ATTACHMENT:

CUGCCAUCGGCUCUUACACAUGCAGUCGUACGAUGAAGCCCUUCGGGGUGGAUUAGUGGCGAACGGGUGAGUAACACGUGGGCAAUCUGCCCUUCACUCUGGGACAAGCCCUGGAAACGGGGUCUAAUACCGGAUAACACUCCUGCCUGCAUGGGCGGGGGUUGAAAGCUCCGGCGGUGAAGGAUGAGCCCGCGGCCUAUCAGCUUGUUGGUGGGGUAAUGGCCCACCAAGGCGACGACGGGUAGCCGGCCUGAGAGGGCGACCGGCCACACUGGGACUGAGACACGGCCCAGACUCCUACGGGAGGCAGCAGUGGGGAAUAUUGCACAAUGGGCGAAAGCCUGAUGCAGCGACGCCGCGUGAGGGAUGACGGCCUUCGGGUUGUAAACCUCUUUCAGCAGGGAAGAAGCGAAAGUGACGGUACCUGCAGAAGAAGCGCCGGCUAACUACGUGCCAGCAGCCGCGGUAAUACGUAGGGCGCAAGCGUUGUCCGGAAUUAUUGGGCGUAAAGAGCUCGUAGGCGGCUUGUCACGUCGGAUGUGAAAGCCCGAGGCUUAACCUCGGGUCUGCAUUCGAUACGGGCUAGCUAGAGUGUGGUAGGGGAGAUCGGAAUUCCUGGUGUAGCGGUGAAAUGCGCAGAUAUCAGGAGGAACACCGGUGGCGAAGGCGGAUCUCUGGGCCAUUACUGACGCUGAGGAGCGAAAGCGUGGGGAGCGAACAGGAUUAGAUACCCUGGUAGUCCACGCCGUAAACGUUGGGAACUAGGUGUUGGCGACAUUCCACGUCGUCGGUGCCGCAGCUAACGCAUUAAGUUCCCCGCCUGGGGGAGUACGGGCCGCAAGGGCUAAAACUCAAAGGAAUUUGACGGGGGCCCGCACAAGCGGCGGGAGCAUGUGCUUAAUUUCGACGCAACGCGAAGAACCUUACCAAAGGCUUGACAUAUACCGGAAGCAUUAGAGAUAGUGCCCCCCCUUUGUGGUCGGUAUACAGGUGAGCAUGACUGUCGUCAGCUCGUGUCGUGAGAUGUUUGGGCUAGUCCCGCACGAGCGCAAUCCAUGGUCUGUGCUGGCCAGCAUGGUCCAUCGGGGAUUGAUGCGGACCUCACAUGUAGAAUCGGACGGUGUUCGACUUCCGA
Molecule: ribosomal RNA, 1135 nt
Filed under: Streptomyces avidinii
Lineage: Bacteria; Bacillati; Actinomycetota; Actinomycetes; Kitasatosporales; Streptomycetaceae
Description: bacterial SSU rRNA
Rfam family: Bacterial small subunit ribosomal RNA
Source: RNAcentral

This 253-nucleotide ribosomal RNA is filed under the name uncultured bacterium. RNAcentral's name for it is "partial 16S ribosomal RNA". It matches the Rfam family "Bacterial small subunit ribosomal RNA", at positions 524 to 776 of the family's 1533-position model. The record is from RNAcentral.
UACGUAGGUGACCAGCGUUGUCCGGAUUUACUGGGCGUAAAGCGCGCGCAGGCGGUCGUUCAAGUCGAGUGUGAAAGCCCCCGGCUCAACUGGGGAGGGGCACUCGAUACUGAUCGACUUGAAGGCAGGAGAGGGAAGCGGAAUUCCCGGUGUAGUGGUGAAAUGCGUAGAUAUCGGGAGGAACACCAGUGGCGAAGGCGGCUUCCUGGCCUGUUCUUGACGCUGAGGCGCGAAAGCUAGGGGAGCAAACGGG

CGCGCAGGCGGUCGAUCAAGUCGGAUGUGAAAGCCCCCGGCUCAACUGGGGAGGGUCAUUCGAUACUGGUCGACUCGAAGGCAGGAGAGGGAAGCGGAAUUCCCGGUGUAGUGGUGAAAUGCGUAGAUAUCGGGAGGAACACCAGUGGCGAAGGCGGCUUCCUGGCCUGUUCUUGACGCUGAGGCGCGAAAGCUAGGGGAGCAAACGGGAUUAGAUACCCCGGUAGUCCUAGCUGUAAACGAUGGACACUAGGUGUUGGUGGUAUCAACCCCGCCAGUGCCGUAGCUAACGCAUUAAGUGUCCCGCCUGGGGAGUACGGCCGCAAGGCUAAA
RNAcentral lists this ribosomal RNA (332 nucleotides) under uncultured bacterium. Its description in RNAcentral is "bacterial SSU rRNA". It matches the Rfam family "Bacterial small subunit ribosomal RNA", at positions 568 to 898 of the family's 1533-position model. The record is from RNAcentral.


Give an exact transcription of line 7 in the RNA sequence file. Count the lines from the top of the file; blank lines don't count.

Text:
Source: RNAcentral